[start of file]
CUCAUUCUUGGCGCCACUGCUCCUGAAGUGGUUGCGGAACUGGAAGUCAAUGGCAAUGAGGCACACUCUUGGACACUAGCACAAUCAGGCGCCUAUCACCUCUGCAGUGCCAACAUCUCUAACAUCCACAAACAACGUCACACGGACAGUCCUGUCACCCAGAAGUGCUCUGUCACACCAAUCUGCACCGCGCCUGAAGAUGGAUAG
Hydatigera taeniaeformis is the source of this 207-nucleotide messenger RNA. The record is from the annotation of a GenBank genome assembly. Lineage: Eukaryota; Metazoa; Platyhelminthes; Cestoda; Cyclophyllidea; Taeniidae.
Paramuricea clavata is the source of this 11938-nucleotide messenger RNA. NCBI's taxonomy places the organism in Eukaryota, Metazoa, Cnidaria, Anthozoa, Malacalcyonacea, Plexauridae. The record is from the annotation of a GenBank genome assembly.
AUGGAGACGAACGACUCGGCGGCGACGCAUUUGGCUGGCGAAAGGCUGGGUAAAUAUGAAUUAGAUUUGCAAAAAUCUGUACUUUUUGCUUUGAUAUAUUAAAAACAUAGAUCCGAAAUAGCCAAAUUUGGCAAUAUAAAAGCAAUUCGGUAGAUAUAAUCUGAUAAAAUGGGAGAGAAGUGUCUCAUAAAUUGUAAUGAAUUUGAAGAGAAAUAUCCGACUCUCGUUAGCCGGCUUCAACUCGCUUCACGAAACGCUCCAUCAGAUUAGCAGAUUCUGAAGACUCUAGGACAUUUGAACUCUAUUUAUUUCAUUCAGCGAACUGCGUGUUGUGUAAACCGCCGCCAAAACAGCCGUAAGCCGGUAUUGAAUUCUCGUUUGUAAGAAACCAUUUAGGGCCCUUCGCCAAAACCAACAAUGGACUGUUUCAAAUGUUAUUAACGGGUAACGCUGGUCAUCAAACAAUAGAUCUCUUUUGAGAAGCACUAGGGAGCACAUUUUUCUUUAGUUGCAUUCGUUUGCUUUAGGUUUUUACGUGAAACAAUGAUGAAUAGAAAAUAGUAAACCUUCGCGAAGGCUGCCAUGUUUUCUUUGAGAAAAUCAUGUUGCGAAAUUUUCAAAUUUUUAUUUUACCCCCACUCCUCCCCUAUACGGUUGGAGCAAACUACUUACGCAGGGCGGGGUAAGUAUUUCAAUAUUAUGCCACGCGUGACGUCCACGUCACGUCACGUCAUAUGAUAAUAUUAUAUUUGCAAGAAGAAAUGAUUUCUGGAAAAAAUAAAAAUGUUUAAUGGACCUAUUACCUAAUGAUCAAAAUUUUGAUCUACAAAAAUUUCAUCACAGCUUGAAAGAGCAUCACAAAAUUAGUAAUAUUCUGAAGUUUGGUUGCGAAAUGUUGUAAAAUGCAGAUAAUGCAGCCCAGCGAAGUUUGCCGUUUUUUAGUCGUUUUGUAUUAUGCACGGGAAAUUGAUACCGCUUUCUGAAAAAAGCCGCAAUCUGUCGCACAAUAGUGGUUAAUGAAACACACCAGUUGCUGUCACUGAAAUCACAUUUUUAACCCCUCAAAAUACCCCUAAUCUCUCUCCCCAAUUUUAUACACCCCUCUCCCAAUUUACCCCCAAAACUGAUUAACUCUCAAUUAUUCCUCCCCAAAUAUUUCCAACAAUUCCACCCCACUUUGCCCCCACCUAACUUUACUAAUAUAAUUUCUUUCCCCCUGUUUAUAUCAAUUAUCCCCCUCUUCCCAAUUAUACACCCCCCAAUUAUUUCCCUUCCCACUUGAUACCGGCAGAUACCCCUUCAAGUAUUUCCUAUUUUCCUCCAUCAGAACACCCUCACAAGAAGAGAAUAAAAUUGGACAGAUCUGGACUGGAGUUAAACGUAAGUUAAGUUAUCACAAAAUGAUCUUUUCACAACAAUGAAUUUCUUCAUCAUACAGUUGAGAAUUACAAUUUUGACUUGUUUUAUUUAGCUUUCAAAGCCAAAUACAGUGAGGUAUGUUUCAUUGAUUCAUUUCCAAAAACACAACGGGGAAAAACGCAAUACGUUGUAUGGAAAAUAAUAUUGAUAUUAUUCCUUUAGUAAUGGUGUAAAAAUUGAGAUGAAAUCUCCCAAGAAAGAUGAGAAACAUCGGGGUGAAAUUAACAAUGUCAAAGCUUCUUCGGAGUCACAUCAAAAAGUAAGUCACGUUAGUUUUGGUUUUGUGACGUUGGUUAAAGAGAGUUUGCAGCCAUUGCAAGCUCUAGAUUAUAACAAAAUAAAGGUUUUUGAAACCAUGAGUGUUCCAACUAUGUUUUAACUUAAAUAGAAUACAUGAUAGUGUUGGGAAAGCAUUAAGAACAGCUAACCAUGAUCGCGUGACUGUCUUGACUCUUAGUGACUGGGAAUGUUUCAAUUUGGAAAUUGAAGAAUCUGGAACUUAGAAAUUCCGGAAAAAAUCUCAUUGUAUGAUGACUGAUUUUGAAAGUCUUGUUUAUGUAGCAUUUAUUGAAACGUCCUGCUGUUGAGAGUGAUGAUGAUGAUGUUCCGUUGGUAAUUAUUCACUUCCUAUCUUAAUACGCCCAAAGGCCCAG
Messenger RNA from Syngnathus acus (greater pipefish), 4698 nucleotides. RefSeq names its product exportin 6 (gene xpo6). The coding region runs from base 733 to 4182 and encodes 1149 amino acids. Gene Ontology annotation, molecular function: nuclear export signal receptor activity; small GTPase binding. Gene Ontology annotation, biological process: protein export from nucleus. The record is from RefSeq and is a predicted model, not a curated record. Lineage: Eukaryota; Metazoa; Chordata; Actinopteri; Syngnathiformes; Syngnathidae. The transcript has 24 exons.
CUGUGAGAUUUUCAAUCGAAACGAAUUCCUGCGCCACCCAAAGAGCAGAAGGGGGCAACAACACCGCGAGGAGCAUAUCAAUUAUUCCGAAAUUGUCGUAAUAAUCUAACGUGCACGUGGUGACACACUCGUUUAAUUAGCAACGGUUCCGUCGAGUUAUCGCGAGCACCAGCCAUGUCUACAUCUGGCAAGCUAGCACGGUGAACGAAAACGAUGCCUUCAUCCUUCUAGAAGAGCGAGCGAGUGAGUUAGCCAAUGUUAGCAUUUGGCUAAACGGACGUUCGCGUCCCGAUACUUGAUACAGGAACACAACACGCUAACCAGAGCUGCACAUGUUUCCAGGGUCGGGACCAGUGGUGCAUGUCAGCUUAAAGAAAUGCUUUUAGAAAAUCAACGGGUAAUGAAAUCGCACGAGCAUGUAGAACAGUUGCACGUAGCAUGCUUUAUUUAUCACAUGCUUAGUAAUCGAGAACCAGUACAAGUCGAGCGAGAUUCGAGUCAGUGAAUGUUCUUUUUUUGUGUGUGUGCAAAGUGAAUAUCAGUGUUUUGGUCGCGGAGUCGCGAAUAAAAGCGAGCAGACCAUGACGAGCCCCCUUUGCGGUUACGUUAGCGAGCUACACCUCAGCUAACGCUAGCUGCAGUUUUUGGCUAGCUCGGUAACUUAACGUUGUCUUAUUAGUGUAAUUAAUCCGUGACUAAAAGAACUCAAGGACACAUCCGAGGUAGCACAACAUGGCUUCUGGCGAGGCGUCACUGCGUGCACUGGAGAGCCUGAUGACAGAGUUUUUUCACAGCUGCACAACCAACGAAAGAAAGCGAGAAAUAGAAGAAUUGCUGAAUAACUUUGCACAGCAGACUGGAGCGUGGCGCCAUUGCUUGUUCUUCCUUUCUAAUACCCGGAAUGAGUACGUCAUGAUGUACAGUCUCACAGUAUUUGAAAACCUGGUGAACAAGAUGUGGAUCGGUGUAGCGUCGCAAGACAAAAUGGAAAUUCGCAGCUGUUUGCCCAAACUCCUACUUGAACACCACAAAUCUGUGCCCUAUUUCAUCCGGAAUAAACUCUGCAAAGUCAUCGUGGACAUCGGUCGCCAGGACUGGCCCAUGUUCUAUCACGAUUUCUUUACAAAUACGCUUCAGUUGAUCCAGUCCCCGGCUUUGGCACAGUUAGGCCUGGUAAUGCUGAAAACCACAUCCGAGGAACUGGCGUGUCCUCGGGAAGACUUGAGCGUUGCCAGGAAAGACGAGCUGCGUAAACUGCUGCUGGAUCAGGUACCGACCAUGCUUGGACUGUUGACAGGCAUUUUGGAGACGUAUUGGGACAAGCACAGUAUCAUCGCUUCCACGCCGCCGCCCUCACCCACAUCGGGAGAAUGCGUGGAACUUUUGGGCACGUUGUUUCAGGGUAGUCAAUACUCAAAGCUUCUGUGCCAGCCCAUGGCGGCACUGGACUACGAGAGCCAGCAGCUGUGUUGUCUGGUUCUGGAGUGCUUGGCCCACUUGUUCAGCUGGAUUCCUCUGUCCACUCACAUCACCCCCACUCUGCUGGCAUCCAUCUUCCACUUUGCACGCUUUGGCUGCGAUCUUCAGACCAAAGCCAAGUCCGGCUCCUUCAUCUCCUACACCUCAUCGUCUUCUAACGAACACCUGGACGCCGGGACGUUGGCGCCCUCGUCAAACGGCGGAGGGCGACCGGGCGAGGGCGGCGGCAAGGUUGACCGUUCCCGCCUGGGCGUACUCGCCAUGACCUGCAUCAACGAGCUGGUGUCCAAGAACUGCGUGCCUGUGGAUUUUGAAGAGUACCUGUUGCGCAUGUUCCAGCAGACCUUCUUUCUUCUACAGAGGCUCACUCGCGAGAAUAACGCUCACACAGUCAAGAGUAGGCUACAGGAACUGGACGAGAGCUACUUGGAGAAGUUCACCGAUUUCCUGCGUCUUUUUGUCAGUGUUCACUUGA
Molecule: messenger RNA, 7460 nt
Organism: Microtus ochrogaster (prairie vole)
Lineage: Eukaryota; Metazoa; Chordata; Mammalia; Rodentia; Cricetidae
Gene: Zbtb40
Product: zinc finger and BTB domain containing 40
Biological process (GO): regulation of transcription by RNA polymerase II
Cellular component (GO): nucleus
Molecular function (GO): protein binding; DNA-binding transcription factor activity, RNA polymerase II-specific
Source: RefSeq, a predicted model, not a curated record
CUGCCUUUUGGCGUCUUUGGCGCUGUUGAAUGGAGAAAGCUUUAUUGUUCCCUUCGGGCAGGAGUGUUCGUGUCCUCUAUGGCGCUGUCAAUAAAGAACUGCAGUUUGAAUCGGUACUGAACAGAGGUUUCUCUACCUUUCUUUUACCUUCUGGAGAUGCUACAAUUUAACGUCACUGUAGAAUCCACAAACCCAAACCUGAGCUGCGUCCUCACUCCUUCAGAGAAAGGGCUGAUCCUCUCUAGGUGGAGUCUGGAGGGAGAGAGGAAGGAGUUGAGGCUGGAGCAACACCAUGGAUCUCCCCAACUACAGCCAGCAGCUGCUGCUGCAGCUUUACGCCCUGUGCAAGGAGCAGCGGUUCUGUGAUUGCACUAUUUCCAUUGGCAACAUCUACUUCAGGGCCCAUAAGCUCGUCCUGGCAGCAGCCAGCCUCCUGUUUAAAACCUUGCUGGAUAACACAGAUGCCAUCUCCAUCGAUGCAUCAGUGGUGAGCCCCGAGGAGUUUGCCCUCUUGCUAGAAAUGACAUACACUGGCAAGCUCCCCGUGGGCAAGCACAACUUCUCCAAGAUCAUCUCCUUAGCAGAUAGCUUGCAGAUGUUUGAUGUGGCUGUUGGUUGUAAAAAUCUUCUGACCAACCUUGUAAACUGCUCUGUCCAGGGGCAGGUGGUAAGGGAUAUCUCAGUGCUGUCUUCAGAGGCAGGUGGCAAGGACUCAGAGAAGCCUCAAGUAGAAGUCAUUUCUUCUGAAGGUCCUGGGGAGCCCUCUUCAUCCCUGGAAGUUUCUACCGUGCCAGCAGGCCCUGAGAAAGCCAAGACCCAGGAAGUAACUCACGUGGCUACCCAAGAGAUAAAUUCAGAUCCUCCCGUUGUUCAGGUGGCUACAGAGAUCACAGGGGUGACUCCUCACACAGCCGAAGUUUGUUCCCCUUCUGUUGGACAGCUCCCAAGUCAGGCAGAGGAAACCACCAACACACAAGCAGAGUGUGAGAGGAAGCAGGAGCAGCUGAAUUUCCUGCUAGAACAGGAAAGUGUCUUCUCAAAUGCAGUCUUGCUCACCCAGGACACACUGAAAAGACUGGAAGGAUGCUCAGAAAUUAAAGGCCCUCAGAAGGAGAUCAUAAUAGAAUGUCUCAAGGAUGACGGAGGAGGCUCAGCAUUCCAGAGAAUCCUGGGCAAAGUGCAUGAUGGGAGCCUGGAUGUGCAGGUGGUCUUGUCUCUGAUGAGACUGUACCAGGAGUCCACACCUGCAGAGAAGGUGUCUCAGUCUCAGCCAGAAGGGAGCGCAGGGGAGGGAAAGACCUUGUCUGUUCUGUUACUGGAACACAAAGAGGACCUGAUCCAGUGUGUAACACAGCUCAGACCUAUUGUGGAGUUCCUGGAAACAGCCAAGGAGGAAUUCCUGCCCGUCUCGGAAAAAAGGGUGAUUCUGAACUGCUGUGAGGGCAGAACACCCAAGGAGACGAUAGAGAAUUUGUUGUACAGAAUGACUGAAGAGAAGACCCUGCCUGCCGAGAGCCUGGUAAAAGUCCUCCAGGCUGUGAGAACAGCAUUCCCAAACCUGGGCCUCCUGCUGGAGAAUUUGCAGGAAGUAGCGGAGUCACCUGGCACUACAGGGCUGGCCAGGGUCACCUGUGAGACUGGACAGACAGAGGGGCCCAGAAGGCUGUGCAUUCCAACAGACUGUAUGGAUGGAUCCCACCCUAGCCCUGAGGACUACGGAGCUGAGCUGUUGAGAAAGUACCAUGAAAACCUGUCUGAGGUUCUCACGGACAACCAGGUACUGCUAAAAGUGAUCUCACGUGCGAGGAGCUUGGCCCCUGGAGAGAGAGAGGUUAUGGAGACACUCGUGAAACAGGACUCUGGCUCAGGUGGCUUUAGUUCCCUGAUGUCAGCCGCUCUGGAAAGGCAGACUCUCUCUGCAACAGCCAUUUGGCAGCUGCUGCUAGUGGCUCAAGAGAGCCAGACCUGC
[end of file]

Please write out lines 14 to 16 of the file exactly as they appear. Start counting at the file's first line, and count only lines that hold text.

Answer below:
Molecular function (GO): protein binding; DNA-binding transcription factor activity, RNA polymerase II-specific
Source: RefSeq, a predicted model, not a curated record
CUGCCUUUUGGCGUCUUUGGCGCUGUUGAAUGGAGAAAGCUUUAUUGUUCCCUUCGGGCAGGAGUGUUCGUGUCCUCUAUGGCGCUGUCAAUAAAGAACUGCAGUUUGAAUCGGUACUGAACAGAGGUUUCUCUACCUUUCUUUUACCUUCUGGAGAUGCUACAAUUUAACGUCACUGUAGAAUCCACAAACCCAAACCUGAGCUGCGUCCUCACUCCUUCAGAGAAAGGGCUGAUCCUCUCUAGGUGGAGUCUGGAGGGAGAGAGGAAGGAGUUGAGGCUGGAGCAACACCAUGGAUCUCCCCAACUACAGCCAGCAGCUGCUGCUGCAGCUUUACGCCCUGUGCAAGGAGCAGCGGUUCUGUGAUUGCACUAUUUCCAUUGGCAACAUCUACUUCAGGGCCCAUAAGCUCGUCCUGGCAGCAGCCAGCCUCCUGUUUAAAACCUUGCUGGAUAACACAGAUGCCAUCUCCAUCGAUGCAUCAGUGGUGAGCCCCGAGGAGUUUGCCCUCUUGCUAGAAAUGACAUACACUGGCAAGCUCCCCGUGGGCAAGCACAACUUCUCCAAGAUCAUCUCCUUAGCAGAUAGCUUGCAGAUGUUUGAUGUGGCUGUUGGUUGUAAAAAUCUUCUGACCAACCUUGUAAACUGCUCUGUCCAGGGGCAGGUGGUAAGGGAUAUCUCAGUGCUGUCUUCAGAGGCAGGUGGCAAGGACUCAGAGAAGCCUCAAGUAGAAGUCAUUUCUUCUGAAGGUCCUGGGGAGCCCUCUUCAUCCCUGGAAGUUUCUACCGUGCCAGCAGGCCCUGAGAAAGCCAAGACCCAGGAAGUAACUCACGUGGCUACCCAAGAGAUAAAUUCAGAUCCUCCCGUUGUUCAGGUGGCUACAGAGAUCACAGGGGUGACUCCUCACACAGCCGAAGUUUGUUCCCCUUCUGUUGGACAGCUCCCAAGUCAGGCAGAGGAAACCACCAACACACAAGCAGAGUGUGAGAGGAAGCAGGAGCAGCUGAAUUUCCUGCUAGAACAGGAAAGUGUCUUCUCAAAUGCAGUCUUGCUCACCCAGGACACACUGAAAAGACUGGAAGGAUGCUCAGAAAUUAAAGGCCCUCAGAAGGAGAUCAUAAUAGAAUGUCUCAAGGAUGACGGAGGAGGCUCAGCAUUCCAGAGAAUCCUGGGCAAAGUGCAUGAUGGGAGCCUGGAUGUGCAGGUGGUCUUGUCUCUGAUGAGACUGUACCAGGAGUCCACACCUGCAGAGAAGGUGUCUCAGUCUCAGCCAGAAGGGAGCGCAGGGGAGGGAAAGACCUUGUCUGUUCUGUUACUGGAACACAAAGAGGACCUGAUCCAGUGUGUAACACAGCUCAGACCUAUUGUGGAGUUCCUGGAAACAGCCAAGGAGGAAUUCCUGCCCGUCUCGGAAAAAAGGGUGAUUCUGAACUGCUGUGAGGGCAGAACACCCAAGGAGACGAUAGAGAAUUUGUUGUACAGAAUGACUGAAGAGAAGACCCUGCCUGCCGAGAGCCUGGUAAAAGUCCUCCAGGCUGUGAGAACAGCAUUCCCAAACCUGGGCCUCCUGCUGGAGAAUUUGCAGGAAGUAGCGGAGUCACCUGGCACUACAGGGCUGGCCAGGGUCACCUGUGAGACUGGACAGACAGAGGGGCCCAGAAGGCUGUGCAUUCCAACAGACUGUAUGGAUGGAUCCCACCCUAGCCCUGAGGACUACGGAGCUGAGCUGUUGAGAAAGUACCAUGAAAACCUGUCUGAGGUUCUCACGGACAACCAGGUACUGCUAAAAGUGAUCUCACGUGCGAGGAGCUUGGCCCCUGGAGAGAGAGAGGUUAUGGAGACACUCGUGAAACAGGACUCUGGCUCAGGUGGCUUUAGUUCCCUGAUGUCAGCCGCUCUGGAAAGGCAGACUCUCUCUGCAACAGCCAUUUGGCAGCUGCUGCUAGUGGCUCAAGAGAGCCAGACCUGC